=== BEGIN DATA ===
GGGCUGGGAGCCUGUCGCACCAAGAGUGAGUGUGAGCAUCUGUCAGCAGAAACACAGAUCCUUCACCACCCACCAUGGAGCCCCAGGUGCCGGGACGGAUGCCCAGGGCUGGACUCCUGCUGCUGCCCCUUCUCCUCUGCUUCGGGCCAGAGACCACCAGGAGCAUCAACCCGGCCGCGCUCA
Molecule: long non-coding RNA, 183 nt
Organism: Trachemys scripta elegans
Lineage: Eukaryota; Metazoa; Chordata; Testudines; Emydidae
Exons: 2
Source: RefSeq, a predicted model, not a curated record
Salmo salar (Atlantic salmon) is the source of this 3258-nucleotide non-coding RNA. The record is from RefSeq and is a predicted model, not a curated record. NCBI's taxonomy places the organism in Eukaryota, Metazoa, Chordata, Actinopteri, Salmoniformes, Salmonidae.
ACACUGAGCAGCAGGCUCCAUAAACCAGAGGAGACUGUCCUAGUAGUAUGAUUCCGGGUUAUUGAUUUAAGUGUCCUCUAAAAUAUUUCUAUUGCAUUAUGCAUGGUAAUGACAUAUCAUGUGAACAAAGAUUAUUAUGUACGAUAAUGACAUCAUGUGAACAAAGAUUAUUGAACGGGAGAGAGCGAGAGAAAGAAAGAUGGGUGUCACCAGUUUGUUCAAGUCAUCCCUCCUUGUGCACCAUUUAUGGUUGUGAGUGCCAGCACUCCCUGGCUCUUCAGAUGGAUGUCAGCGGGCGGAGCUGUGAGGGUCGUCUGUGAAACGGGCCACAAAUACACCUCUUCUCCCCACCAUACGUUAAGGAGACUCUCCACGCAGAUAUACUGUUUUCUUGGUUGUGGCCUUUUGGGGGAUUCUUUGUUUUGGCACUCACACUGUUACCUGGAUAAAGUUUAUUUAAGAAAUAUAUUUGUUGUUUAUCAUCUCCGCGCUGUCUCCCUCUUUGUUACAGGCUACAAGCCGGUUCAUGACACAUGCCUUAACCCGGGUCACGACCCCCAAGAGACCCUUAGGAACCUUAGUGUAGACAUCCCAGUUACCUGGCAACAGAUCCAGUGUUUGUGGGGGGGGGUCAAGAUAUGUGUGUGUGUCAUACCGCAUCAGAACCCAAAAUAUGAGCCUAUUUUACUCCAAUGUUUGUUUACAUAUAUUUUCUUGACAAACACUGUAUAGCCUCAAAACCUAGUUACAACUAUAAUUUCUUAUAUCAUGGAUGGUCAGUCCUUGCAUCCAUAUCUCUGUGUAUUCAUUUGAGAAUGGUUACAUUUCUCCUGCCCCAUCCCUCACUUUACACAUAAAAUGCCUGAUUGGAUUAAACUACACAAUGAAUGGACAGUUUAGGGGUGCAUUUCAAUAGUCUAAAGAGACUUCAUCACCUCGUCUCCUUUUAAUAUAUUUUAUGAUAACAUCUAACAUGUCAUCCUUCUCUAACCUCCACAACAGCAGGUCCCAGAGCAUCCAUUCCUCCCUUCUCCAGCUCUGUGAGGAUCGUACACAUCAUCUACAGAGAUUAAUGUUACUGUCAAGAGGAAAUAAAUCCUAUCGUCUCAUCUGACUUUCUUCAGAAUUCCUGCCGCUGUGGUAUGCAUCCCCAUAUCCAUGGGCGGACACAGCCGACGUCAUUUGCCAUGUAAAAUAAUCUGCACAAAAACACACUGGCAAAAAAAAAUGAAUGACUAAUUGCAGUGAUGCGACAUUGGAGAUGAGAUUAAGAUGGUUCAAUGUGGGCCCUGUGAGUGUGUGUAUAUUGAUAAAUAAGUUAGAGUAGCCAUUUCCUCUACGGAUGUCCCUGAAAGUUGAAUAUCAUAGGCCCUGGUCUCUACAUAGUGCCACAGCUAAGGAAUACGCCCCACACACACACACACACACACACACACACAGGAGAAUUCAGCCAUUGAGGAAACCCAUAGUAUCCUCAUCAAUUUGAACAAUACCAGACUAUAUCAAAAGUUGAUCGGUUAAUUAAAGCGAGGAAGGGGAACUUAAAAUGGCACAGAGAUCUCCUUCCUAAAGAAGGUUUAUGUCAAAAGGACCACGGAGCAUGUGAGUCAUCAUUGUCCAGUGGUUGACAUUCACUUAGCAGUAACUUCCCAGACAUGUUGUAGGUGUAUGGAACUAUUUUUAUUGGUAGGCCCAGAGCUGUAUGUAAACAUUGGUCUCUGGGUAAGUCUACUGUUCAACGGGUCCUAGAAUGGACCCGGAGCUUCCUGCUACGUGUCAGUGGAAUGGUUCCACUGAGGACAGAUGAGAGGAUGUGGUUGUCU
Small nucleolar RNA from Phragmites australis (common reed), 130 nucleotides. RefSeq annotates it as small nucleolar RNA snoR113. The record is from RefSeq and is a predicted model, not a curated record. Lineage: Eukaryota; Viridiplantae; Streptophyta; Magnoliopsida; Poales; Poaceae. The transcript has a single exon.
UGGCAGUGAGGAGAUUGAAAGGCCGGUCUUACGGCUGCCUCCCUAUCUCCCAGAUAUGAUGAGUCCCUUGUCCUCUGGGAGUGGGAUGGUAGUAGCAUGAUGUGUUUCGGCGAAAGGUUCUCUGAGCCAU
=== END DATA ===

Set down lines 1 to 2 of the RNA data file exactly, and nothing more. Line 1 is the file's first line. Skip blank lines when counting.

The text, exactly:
GGGCUGGGAGCCUGUCGCACCAAGAGUGAGUGUGAGCAUCUGUCAGCAGAAACACAGAUCCUUCACCACCCACCAUGGAGCCCCAGGUGCCGGGACGGAUGCCCAGGGCUGGACUCCUGCUGCUGCCCCUUCUCCUCUGCUUCGGGCCAGAGACCACCAGGAGCAUCAACCCGGCCGCGCUCA
Molecule: long non-coding RNA, 183 nt